Over their last 20 games heading into today, the Kansas City Royals were 3-17. Over his last four starts prior to today, Luke Hochevar was 0-3 with a 6.65 ERA and an 11:18 K:BB ratio over 23 innings.
So clearly the Yankees had this game in their pocket. They assumed they had won it and simply didn’t show up ready to play. That clearly must be what accounted for their pathetic 3-2 loss at the hands of a Royals team that is now 4-17 over their 21 games.
Now, in reality, we know that a pitcher — especially one with Luke Hochevar’s pedigree — can emerge to shut down the Yankees. We know that Mariano Rivera is human and threw an unnecessary inning in during yesterday’s 96-degree game only to lose today. We know that this one loss is not the end of the world. But it is a maddening sign of an increasingly frustrating Yankee team.
Over that four-start span, Hochevar had managed to throw just 241 of 420 pitches for strikes. Today, the Yanks managed to draw no walks against the young righthander, and the only blemish on his record was an A-rod home run. It was one of those days.
Meanwhile, Mike Mussina was masterful again with nothing to show for it. He went eight strong and allowed two runs on a Miguel Olivo home run. The pitch — a hanging breaking ball — was the only mistake Moose made all day. He was denied his tenth win when Mariano Rivera gave up a home run to Jose Guillen.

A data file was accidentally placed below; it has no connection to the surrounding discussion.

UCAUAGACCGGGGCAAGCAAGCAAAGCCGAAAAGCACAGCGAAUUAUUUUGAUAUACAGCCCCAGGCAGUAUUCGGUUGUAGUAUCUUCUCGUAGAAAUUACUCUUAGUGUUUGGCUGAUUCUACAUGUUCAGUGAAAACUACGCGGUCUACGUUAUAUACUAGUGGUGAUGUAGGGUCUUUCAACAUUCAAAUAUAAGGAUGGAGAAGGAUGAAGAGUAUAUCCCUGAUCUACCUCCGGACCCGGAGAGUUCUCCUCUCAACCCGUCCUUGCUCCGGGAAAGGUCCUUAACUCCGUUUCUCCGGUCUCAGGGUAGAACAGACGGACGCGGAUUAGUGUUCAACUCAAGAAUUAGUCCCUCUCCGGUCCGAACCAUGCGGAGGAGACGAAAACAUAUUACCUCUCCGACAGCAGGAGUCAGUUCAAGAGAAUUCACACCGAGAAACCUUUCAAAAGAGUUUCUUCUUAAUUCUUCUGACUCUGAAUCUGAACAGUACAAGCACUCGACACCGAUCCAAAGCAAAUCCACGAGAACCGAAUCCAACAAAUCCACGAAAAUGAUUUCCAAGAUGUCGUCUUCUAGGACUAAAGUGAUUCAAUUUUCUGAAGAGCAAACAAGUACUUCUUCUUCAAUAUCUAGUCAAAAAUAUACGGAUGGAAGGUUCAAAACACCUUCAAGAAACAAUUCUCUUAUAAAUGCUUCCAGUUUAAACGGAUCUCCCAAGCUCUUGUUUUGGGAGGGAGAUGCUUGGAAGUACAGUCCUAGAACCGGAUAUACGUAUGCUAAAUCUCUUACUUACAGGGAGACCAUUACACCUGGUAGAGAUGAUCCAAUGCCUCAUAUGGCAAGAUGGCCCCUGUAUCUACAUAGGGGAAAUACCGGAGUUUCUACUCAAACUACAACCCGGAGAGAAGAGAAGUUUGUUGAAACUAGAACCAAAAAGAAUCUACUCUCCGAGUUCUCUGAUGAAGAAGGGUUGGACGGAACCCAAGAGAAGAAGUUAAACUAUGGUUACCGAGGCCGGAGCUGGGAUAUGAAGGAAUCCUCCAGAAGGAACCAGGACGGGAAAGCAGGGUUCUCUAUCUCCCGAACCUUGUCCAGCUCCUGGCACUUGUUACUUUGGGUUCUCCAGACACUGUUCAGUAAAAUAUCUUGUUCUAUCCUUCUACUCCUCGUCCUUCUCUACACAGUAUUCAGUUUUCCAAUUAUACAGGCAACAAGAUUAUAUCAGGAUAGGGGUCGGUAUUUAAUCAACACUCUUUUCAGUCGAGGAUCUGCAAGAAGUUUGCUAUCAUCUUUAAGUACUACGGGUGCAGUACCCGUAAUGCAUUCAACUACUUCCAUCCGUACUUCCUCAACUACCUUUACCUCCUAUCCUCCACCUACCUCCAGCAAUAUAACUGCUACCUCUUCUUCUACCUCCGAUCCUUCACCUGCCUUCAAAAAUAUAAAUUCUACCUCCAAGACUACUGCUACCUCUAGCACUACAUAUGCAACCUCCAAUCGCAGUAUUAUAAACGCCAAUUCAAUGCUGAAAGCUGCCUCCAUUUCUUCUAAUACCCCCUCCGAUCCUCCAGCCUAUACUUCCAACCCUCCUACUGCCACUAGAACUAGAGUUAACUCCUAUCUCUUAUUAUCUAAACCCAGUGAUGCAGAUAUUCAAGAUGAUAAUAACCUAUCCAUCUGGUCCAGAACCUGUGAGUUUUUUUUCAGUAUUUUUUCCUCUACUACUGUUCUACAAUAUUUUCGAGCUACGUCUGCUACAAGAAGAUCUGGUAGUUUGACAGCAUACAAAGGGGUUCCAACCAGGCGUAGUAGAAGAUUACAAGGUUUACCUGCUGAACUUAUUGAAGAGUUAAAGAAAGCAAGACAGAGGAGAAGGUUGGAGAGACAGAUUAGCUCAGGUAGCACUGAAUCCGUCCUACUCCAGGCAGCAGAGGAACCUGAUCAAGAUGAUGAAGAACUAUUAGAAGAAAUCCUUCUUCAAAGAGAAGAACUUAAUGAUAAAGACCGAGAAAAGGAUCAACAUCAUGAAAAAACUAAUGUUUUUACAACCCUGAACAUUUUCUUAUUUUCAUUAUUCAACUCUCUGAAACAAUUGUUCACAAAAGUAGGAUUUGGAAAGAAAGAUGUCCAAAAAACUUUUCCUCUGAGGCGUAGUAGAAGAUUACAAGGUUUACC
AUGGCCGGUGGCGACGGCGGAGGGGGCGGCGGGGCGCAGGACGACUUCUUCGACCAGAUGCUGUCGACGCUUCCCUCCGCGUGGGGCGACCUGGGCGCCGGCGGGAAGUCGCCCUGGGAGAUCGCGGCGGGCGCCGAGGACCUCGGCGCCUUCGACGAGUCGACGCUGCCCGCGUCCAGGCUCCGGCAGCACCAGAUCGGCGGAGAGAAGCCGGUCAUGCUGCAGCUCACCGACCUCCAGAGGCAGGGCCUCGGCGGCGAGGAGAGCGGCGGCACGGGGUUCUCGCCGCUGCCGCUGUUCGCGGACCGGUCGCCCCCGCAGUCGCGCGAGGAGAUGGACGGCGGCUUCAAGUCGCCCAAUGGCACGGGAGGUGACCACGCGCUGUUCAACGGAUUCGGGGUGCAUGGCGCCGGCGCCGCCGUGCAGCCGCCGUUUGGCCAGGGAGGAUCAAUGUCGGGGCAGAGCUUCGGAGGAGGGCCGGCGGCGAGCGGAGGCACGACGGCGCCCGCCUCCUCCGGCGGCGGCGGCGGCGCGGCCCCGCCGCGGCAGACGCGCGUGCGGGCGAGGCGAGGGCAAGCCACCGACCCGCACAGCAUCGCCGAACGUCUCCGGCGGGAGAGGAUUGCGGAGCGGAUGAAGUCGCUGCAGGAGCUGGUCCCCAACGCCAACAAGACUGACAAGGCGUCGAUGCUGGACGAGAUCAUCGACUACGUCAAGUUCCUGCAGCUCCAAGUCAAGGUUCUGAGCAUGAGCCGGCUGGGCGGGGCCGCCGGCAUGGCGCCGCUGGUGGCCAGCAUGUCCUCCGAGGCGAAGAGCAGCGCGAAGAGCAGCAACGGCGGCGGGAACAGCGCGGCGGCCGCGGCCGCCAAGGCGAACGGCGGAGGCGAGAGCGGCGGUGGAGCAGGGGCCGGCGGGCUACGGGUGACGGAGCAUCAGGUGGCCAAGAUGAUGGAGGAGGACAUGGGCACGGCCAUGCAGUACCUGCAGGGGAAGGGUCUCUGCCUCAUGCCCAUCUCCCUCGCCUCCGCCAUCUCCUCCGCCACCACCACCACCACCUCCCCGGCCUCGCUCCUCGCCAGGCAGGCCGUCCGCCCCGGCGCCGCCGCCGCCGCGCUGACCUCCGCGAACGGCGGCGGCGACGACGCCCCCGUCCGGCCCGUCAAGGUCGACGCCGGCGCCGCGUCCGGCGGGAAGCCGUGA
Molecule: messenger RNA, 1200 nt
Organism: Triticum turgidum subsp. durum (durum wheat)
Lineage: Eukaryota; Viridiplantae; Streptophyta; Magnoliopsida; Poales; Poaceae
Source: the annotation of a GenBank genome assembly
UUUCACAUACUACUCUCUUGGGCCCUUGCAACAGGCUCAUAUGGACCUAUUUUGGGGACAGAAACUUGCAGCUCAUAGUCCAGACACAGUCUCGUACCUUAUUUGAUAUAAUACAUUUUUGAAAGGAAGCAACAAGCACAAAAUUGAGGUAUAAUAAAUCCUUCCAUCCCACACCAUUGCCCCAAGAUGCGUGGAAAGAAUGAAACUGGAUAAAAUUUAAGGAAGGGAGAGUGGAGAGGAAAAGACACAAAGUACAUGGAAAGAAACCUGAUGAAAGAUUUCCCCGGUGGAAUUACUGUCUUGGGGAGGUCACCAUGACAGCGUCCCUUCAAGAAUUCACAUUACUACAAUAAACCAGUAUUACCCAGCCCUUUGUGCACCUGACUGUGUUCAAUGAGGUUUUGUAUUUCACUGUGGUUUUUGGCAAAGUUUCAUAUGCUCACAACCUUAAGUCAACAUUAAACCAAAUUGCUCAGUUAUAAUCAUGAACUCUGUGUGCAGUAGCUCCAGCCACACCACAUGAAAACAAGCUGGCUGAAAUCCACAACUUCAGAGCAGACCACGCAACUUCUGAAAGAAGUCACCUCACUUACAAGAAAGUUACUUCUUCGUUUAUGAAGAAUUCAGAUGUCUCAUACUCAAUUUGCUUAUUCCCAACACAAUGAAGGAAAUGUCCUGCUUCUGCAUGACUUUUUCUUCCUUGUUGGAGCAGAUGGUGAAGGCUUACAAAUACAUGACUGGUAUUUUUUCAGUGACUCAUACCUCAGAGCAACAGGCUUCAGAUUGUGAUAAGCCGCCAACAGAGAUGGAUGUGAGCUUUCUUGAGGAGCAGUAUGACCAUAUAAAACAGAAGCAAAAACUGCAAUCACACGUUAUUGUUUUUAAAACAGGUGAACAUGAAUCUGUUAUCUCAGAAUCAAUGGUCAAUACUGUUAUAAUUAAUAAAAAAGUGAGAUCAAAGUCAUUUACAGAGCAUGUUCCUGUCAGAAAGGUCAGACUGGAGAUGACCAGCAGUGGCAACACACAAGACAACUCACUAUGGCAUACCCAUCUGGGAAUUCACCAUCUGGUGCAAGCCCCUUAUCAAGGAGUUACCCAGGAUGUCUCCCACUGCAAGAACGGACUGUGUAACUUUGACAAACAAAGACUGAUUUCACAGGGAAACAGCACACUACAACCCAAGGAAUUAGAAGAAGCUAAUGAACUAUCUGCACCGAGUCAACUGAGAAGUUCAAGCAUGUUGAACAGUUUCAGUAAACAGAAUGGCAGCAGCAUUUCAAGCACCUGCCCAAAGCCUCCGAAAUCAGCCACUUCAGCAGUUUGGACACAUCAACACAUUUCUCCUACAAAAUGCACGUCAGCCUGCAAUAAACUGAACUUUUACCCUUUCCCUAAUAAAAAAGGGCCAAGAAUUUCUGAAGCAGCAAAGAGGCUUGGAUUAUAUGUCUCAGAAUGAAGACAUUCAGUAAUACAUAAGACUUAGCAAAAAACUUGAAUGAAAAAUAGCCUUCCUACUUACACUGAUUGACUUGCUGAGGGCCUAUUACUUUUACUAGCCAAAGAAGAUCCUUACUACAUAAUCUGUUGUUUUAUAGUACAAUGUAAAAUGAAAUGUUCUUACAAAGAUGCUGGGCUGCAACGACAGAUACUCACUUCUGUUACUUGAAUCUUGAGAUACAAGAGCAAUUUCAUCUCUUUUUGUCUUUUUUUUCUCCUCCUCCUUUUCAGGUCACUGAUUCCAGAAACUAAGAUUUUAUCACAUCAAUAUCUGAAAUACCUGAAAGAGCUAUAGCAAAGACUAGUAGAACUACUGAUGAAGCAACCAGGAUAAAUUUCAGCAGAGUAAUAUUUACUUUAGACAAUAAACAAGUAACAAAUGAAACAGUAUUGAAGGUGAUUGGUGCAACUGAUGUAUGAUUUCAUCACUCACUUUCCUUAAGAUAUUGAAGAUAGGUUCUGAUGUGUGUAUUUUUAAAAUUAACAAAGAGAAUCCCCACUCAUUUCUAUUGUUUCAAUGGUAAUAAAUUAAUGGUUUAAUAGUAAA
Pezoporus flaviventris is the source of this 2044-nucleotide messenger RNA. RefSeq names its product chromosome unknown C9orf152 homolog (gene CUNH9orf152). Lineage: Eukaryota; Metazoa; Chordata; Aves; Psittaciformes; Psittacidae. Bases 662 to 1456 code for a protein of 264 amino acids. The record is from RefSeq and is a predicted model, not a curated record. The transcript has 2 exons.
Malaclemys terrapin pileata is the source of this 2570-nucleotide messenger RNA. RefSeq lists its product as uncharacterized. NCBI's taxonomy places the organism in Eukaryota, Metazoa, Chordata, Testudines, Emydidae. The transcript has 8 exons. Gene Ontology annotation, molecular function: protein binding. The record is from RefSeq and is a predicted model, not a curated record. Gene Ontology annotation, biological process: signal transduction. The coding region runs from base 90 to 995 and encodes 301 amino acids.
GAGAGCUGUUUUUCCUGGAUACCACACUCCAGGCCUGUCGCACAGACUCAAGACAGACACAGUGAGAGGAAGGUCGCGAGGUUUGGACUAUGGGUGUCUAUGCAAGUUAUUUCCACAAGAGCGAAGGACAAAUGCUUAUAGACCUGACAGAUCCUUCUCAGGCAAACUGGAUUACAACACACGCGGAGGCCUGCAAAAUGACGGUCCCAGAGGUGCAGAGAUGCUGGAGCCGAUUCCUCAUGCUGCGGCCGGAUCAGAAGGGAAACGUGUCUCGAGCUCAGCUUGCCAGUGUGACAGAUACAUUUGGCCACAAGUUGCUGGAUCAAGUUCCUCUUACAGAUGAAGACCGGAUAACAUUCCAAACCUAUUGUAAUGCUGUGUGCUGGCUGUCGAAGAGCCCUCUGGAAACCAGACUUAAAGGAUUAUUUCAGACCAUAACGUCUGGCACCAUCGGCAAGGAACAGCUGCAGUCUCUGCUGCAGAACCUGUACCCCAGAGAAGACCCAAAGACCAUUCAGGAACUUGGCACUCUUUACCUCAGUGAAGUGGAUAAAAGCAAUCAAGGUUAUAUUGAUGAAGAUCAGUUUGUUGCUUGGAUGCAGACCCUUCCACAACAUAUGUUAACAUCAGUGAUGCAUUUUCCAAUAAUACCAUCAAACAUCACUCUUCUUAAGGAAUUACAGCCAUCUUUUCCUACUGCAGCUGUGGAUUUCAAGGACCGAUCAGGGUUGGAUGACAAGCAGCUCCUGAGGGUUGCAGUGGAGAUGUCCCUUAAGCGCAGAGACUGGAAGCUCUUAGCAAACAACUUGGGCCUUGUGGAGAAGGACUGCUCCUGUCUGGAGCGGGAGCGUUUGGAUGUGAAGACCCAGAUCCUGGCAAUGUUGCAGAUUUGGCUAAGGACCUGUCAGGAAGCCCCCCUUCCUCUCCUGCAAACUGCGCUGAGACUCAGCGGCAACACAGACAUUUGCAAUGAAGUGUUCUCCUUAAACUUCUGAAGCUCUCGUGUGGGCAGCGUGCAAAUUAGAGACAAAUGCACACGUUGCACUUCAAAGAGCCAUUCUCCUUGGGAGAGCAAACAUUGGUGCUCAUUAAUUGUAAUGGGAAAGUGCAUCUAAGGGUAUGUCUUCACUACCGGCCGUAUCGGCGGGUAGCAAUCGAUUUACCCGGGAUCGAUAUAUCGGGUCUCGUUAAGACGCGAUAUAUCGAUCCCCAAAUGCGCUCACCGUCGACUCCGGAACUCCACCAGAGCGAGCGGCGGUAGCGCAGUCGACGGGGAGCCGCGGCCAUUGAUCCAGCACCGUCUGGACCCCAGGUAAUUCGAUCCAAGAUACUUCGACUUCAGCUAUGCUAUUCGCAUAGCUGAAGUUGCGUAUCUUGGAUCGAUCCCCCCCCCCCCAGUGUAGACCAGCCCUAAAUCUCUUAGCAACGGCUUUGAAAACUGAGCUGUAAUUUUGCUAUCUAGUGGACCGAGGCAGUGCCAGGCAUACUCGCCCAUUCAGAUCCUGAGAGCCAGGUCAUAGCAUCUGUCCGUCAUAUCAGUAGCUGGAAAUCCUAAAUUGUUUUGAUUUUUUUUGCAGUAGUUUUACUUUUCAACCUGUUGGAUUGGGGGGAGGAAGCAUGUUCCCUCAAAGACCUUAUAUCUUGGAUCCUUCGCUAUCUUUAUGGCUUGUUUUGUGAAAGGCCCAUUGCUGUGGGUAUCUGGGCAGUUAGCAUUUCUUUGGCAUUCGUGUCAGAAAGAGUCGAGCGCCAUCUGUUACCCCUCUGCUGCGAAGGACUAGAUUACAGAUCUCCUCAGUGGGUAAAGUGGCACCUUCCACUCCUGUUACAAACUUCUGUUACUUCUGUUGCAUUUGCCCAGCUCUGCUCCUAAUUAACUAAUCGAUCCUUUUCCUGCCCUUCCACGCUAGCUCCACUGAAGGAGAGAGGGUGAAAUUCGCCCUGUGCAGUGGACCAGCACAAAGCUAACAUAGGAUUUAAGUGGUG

And that brings me to a question: At what point do the Yankees stop pitching to Jose Guillen this weekend? At what point do they stop throwing a fastball hitter fastballs? Guillen went 9 for 16 against the Yankees this weekend with 4 home runs and 10 RBIs. Rivera threw him too good a pitch on 0-2, and Guillen smacked it over the wall for a game-winning home run. That was a poor pitch.
Finally, before I go throw my Yankee frustration with this game away, let’s talk about Melky. With the bases loaded and two outs in the bottom of the 9th, Melky Cabrera took a ball and then pulled a Robinson Cano. He swung at a pitch, grounded out and slid into first base, out by about six feet. It was one pathetic display of hitting.
First, Cabrera shouldn’t be swinging in that situation. Joakim Soria had already walked and hit a batter. Melky must make him throw a strike and perhaps two before swinging. Second, the next time Melky slides into first base, Tony Pena should just bop him on the head. Enough.
At some point, the Yanks have to figure out what they have in Melky. Since hitting his last home run on May 4, Melky is hitting .250 with an OPS well below .500. Those are not the numbers of a Major League outfielder, but we’ll have more on the Melky debate at 7:30 p.m. tonight. Stay tuned.
Here’s to .500, once again.